Photo credit: clerkenwellboy
Photo credit: clerkenwellboy

Hartnett nurtured Lacey's talent, and as she grew more confident, she confided in her boss about her dreams to own her own restaurant, and Hartnett agreed to back an opening when she was ready.

"Pip and I had made a pact that if one of us quit our job, then the other had to quit theirs too," explains McIntyre, who had spent his career working his way up in various pub ventures during the craft ale peak. "I'd just got a mortgage and had kids, and Pip rings me one day to tell me she's quit and it was time. I was like ‘oh god'."

Holding her hand up to the side of her face, thumb and pinky finger resembling a phone, Lacey recalls the urgency: "I was like, ‘we've got to do it, yeah?!'"

"That was an interesting chat with [my partner]," says McIntyre. "But I did it."

This call was the first step to setting up Hicce, where Lacey and McIntyre have a 40% stake each, and Hartnett, as an investor, owns 20%.

A scoot down the road

Hicce Hart is a very different offering from that first Coal Drops Yard restaurant a mile down the road. While things get up and running, Lacey and McIntyre will split themselves between the two sites. "I don't want to become one of those scooter people," says Lacey, noting how the walk between the two is getting tedious, especially as the nights draw in. "We might get a jetski!" she adds, her eyes lighting up.

"I love cooking, don't get me wrong, absolutely love it, but the reason why I wanted to leave Angela is because I didn't want to be behind the pass every single day at 45. Even at 40 it's physically quite brutal. It's nice to do it in spurts, but I think we need younger talent to have that desire and passion."

Nurturing talent is something the pair are keen to continue doing, creating a culture where their staff can learn, grow and progress. "It's an industry you can get involved with, you can learn really quick and progress really quickly, but it's a lot about attitude and personality," says McIntyre.

The general manager of the pub, Augustino Basilico, started as a waitress in the opening week of Hicce, while assistant manager Paulina Czerska has been with the business three years. In the kitchen, Charlotte Harris has been cooking at Hicce for over a year, moving over to the pub as head chef. With around 55 staff during the peak season over at Hicce and an additional 10-12 at the pub, Lacey and McIntyre understand the need for talent within the business to help drive Hicce into further sites, potentially up to six, if dreams permit.

"We're on a good financial footing from Hicce, it's been kind to us," says McIntyre. "We managed to stick to our guns and we didn't veer from anything, and through the whole crazy Covid time we managed to get Hicce to a point where it's a debt-free business and we could focus on the next phase."

"We're quite cautious," adds McIntyre, turning to Lacey, "sometimes I think you're the more Scottish one, you can be tighter than me!"

So what could the next offering in the Hicce portfolio be? "The next one probably won't be a pub," muses McIntyre. "Or maybe it might be, or it could be something completely different – we've got ideas…" "Definitely a nightclub," chips in Lacey with a smile, as McIntyre rolls his eyes.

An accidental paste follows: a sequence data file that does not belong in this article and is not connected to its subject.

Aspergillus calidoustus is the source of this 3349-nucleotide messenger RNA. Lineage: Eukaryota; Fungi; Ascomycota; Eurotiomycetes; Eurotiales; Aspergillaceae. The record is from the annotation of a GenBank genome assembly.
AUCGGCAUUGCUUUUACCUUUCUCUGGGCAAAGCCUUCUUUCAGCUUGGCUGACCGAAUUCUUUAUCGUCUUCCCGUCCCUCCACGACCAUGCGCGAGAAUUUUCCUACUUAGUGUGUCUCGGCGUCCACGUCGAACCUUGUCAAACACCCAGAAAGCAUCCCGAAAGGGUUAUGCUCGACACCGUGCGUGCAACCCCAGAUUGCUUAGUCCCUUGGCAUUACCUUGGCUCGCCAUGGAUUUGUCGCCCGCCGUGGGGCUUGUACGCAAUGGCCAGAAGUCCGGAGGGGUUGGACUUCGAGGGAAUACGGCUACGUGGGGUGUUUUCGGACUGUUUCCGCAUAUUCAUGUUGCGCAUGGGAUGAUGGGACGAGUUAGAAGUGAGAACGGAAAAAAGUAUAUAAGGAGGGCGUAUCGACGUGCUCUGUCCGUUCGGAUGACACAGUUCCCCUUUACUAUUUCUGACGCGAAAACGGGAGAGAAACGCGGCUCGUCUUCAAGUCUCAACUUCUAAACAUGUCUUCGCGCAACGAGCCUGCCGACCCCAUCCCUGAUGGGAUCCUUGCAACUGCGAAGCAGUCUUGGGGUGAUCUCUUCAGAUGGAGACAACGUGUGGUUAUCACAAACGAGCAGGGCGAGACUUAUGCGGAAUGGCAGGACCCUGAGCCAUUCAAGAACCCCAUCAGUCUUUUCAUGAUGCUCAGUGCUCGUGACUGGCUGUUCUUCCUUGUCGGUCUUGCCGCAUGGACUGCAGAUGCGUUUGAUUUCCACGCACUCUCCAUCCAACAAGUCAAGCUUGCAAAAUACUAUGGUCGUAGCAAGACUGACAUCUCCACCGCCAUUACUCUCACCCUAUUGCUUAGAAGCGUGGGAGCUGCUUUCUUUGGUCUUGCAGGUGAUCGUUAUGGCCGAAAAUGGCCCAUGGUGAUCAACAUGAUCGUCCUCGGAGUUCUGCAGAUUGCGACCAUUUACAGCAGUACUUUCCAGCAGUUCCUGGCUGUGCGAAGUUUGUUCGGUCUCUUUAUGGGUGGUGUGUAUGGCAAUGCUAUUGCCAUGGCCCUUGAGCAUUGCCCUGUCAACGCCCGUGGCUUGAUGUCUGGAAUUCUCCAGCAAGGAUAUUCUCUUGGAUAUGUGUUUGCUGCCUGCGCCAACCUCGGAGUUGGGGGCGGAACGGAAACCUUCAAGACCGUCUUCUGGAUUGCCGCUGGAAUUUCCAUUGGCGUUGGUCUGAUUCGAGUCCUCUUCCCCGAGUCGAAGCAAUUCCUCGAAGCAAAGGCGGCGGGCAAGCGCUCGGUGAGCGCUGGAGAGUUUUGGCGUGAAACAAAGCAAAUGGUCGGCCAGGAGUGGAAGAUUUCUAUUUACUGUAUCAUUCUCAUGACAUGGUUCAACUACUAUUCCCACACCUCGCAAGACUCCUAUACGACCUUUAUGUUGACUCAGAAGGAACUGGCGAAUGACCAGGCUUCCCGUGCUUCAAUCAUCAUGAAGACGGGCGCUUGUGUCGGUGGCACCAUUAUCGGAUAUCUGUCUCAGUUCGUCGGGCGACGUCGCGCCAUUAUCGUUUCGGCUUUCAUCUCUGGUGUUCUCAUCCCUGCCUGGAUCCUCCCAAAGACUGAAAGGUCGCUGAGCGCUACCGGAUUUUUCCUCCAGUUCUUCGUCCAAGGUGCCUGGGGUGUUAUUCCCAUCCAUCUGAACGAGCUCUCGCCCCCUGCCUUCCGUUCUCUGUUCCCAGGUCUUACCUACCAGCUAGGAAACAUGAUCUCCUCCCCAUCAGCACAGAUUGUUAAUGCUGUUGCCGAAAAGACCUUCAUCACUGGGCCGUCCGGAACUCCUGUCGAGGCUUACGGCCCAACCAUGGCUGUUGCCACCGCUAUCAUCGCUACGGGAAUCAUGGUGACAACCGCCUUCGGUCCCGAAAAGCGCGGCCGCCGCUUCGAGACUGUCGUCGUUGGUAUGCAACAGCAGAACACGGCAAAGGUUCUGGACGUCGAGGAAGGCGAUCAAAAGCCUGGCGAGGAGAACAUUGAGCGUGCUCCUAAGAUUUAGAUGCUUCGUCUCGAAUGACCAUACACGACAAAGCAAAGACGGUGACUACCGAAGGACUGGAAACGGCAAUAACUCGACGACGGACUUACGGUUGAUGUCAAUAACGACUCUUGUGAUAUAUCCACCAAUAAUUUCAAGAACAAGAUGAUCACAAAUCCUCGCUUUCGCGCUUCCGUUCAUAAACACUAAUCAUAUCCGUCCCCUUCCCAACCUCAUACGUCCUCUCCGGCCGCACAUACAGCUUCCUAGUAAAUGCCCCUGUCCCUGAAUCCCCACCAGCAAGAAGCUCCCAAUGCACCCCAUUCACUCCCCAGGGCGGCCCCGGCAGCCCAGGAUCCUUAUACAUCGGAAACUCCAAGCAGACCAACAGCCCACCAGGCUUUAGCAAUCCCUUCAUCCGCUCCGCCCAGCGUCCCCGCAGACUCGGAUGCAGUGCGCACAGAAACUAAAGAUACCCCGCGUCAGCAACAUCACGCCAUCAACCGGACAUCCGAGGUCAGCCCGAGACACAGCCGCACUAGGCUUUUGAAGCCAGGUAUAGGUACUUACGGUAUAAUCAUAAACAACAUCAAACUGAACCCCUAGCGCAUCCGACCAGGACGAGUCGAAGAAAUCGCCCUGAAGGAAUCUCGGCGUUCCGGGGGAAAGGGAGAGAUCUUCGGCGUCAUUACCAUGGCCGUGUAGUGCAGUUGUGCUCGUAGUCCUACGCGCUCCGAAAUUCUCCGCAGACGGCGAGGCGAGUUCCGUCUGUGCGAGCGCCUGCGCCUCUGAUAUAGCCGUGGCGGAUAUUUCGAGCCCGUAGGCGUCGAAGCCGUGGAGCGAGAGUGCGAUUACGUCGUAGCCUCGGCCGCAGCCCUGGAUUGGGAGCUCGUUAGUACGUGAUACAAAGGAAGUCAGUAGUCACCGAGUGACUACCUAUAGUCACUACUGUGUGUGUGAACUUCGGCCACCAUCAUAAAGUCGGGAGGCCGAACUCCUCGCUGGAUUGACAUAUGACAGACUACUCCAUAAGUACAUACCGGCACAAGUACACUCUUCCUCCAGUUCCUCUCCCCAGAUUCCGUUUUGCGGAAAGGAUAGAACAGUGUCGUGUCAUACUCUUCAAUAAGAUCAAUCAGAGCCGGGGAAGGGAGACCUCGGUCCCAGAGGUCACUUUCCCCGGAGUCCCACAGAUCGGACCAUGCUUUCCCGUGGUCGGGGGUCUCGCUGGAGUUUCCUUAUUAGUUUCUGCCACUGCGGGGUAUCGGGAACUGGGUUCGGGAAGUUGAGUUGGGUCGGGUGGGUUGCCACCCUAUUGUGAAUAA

"We've always had these aspirations," adds Lacey, more seriously. "But I think how we navigate it will be probably a little more carefully than we would have done."

McIntyre adds: "It's probably why we've waited this long to get site number two, because we've been very close and we've had our worries. But take the cost of living crisis, we've been talking about it so long, but I think it's only now that it's actually really starting to come into effect. That's why we're really keen to be accessible to people."

"We want to support the local community," says Lacey. "Give them somewhere they can come, where they can enjoy themselves, and it won't cost them an arm and a leg."

"I get very proud and emotional because pubs have been a big part of my life," says McIntyre. "This building has been a pub since 1775 and I'm really proud to be the custodian of it and to be the heart and soul of someone's community. Especially for someone not coming from London as well…"

Before McIntyre can finish, Lacey lightens the mood and jokingly digs him in the ribs, saying: "He's lived here longer than he's lived in Scotland."

To which McIntyre replies playfully: "Aye, you're right there, man."

And who knows, perhaps one day the two friends will be living it up in the Alps, having opened that dream bar in the mountains, and snowboarding inbetween services. "Hopefully before I need a hip replacement," laughs Lacey.

The menu

  • Cheese gougères, date jam £7.05
  • Beef spare ribs £8
  • Cabbage, cashew, beets, squash £8.20
  • Sprout tops, anchovy, macadamia £8.50
  • Pork croquettes, brown sauce £9.20
  • Sprout tops, anchovy, macadamia £8.50
  • Orecchiette , chili, garlic, Jerusalem artichokes £9
  • White fish, squid ink, capers £10.80
  • Oyster mushroom, pearl barley, spinach, pine nuts £18
  • Hake, Jerusalem artichokes, mussels, green sauce £21
  • Beef cheek, turnip, celery £24
  • Chocolate nemesis, coffee cream, malt crisp £8
  • Sponge cake, crème fraîche, clementines £7

The drinks

"The Hicce ethos has always been about great relationships with smaller suppliers and we're continuing to work with the wonderful Goodness Brewing Company because its beers echo our values on quality," says McIntyre. "When the opportunity to open Hicce Hart presented itself, the chance to work solely with a local fellow independent, and as an added bonus co-brew our very own beer, was really a no-brainer."

"On the wine side, we offer a range of sustainable, organic and biodynamic wines made by small producers with minimal intervention and a selection of ‘classic' wines that reflect the best combination of place, grape, history and tradition. Augustina and myself try to engage our guests' wine curiosity by presenting a list that encourages them to be adventurous, while also being lovingly created to combine the familiar with the unique and sometimes unusual.

"We also offer a red and a white pulled wine on tap, which will feature small batch producers as a way to serve their wines while ensuring that they make 100% profit from their harvest without waste."

Photography: John Carey